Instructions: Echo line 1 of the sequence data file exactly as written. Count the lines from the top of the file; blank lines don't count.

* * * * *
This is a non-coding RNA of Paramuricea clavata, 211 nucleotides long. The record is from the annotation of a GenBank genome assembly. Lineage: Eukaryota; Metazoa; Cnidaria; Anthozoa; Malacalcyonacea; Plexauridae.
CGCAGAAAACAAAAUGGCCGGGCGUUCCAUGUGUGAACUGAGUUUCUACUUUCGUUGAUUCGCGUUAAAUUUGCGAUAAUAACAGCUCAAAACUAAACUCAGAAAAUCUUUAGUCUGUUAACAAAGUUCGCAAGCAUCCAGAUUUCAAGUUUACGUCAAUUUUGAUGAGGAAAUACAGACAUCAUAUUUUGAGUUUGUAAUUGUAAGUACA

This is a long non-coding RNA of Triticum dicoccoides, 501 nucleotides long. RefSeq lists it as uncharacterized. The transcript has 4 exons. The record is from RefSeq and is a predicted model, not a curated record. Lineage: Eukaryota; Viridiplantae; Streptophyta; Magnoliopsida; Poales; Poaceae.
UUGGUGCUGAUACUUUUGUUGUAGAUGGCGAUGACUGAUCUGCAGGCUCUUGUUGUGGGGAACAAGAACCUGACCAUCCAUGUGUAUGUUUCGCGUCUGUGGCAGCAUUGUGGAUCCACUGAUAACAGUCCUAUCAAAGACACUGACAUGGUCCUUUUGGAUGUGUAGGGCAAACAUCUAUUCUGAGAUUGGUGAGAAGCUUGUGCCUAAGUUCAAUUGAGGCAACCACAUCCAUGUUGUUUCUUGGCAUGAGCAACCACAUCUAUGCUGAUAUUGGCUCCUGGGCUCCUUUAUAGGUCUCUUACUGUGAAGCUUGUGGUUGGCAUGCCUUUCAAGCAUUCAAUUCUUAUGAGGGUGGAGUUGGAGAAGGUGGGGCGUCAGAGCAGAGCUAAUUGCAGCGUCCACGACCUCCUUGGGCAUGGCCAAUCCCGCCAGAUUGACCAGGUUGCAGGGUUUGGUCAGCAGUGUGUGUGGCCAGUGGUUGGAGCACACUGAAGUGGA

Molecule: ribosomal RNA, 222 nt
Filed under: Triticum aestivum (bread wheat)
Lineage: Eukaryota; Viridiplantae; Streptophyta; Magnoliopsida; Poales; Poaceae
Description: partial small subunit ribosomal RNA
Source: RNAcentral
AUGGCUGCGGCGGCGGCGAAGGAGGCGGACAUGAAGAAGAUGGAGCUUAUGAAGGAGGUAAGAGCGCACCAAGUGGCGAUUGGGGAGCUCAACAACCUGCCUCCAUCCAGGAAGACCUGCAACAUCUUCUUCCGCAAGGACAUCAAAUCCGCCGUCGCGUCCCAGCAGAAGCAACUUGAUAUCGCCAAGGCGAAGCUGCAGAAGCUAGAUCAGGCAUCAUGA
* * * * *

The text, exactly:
This is a non-coding RNA of Paramuricea clavata, 211 nucleotides long. The record is from the annotation of a GenBank genome assembly. Lineage: Eukaryota; Metazoa; Cnidaria; Anthozoa; Malacalcyonacea; Plexauridae.